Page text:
Looking for a green job? Here’s how to start a new career in sustainability

Wednesday, November 29, 2023
The start of the 2023 United Nations Climate Change Conference (otherwise known as COP28) is swiftly approaching on 30 November 2023. As a result, sustainability and the urgency for a more environmentally conscious economy are in the spotlight. 

With countries and industries moving towards greener practices, there are, thankfully, more chances to make a positive impact on the planet and your future through your career choices. 

Here’s what you need to know about “green jobs”.

What is a green job? 

When we hear about green jobs, we usually think of renewable energy or conservation, but it's much broader. Essentially, the goals of these types of roles are to decrease environmental impact, promote sustainability, and encourage the efficient use of resources.  

You can find green jobs in industries as diverse as agriculture, transportation, and manufacturing – but also in roles with more of an administrative focus. Examples of green roles can include engineers developing clean technologies, urban planners designing eco-friendly cities, and policy advisors shaping environmental regulations.  

Regardless of job title, all of them are vital for creating a sustainable future that aligns with the global environmental targets talked about at big events like COP28. 


Where to find green jobs

Green jobs are sprouting up everywhere, from international corporations to local charities. This growth is being driven by an increasing emphasis on sustainability and a rising demand for eco-friendly products and services. 

There are lots of opportunities to explore in both traditional and emerging sectors, including: 

  • Renewable energy: Starting with the most obvious place, wind and solar farms, as well as hydroelectric power stations, offer a range of roles that involve designing, installing and maintaining eco-friendly power systems. This also includes solar panel installers and heat pump engineers. 
  • Sustainable agriculture: The organic farming ecosystem focuses on sustainable food production methods – this also includes urban gardening, which is a growing field in major cities. 
  • Green building and design: Focusing on energy-efficient and low-impact construction, this sector needs architects, engineers and construction workers who specialise in sustainable practices. 
  • Environmental conservation: This covers roles in wildlife conservation, forest management and environmental advocacy – think field technicians, ecologists, labourers and local council engagement officers for parks and community spaces. 
  • Corporate sustainability: While these roles don’t directly involve tasks that minimise the impact of climate change, they’re important for driving positive change in businesses and throughout industries. Many companies look for specialist sustainability consultants or business analysts to help them reduce their carbon footprint and integrate green practices into their business models.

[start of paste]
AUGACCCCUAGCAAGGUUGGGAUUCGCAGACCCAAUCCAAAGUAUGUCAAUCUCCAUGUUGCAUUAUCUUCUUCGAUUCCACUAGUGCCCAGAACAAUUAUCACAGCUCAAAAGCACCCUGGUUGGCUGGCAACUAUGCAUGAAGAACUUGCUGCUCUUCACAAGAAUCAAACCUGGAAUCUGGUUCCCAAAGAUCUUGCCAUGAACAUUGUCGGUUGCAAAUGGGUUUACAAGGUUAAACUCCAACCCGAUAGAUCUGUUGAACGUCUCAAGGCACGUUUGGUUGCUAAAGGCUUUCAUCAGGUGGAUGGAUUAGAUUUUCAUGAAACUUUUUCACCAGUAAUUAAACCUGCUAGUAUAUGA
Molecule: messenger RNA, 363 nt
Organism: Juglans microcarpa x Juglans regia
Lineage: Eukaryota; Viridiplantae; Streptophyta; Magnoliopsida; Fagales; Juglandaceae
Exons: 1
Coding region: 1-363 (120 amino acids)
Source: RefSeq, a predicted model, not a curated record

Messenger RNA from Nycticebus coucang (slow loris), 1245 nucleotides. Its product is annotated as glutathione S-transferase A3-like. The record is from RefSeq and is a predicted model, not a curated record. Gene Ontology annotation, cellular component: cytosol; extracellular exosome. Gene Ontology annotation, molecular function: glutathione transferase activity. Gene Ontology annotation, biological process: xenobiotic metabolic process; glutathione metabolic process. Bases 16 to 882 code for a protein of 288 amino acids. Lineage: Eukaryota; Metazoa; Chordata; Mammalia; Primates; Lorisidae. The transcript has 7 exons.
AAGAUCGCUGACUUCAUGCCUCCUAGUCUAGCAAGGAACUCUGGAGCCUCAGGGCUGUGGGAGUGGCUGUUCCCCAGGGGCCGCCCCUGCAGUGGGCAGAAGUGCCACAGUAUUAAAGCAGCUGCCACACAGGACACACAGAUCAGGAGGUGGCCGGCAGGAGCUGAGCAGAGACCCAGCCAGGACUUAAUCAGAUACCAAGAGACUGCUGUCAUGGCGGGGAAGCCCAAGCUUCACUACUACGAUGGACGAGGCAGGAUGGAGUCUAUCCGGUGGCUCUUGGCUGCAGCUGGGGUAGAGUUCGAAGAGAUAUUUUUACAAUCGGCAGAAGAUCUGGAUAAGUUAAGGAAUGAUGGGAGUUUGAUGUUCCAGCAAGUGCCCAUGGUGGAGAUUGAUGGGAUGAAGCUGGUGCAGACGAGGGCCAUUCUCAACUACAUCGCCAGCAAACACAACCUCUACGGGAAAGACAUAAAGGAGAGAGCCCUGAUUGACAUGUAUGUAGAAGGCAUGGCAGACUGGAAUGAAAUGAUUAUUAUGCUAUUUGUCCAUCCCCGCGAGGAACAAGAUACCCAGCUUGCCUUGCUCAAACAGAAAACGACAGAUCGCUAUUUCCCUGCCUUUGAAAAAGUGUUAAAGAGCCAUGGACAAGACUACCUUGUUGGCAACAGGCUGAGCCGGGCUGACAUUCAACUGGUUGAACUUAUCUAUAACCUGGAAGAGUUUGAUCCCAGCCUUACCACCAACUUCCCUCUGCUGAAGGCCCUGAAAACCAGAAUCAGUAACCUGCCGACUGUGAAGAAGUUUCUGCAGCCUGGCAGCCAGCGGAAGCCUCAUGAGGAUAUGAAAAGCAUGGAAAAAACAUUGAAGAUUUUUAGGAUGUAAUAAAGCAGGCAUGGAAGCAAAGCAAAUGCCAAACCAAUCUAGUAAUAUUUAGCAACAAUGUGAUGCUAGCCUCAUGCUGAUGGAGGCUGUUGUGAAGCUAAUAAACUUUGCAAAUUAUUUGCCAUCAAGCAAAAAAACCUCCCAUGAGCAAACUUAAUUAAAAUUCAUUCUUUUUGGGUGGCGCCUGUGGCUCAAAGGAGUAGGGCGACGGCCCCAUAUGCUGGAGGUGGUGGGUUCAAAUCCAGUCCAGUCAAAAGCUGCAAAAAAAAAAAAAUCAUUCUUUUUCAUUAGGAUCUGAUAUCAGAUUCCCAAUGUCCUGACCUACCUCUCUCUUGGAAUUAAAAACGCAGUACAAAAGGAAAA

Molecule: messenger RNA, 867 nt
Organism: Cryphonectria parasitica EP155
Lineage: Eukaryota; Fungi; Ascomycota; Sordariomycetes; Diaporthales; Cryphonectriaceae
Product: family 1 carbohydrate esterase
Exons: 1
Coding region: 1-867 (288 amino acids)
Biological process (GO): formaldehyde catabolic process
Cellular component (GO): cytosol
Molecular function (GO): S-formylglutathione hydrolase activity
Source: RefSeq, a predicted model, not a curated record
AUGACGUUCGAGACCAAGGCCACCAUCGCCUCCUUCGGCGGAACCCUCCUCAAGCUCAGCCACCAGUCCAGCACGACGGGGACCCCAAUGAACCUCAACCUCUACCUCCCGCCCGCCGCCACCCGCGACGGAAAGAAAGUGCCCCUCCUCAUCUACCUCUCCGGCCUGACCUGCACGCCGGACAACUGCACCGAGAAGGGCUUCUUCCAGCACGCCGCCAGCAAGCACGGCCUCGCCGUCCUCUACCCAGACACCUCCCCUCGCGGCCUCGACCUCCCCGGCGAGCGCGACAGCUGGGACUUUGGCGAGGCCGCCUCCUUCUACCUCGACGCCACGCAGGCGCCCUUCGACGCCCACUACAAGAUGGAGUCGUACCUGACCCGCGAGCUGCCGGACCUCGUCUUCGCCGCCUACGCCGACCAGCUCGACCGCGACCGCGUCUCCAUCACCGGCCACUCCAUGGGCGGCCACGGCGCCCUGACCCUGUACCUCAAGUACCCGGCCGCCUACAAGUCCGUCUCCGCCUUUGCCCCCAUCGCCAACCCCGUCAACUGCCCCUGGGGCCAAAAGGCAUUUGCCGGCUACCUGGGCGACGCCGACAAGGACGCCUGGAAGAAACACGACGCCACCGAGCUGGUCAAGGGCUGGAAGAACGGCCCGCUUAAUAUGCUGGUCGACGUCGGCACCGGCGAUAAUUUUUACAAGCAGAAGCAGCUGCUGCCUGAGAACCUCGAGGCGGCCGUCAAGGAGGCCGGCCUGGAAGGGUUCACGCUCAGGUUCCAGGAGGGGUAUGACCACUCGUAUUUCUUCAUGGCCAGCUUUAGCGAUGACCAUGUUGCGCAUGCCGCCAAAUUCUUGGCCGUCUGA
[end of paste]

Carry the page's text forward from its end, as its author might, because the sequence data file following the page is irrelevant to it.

Online job boards, company websites, and sustainability-focused career fairs are excellent resources for hunting down green job postings. On New Job Today, for example, you can type in keywords like “conservation”, “sustainability” and “environment” to look for specific opportunities in these areas. 

Also, don't forget that some traditional jobs have always been green – outdoor jobs involving working with the local environment or animals have a heavy element of biodiversity management!

How to get your first green job 

To successfully make the leap to a green job, you’ll need a combination of education (formal or informal), skill-building and networking: 

  • If you’re completely new to the field, consider taking courses or certifications in environmental science, sustainable development or renewable energy. 
  • Many skills are transferable to green jobs. For instance, project management, data analysis and marketing are valuable in most sectors, but especially in corporate sustainability.  
  • Building a network in the sustainability sector is a must, as it can lead to mentorship opportunities and insider knowledge about job openings – sprucing up your online personal brand will help you connect with environmental organisations.
  • Consider internships, volunteer work, or part-time positions in sustainability-focused organisations. As well as boosting your CV, this practical experience will give you a clearer picture of the field. 
  • Keep up with the latest trends in sustainability. Follow relevant news, subscribe to industry newsletters and reports (like LinkedIn’s annual Global Green Skills report) and join webinars. Being well-informed shows your commitment and can give you an edge in job interviews


In a world dealing with climate change and environmental degradation, green jobs offer a chance to make a positive impact and find career satisfaction. Going into a sustainability-focused role might require some preparation and flexibility, but the rewards can be great for both you and the planet. 

In the spirit of COP’s call to action, now is the perfect time to consider how your career choices can contribute to a more sustainable future.

Melody Sadé Abeni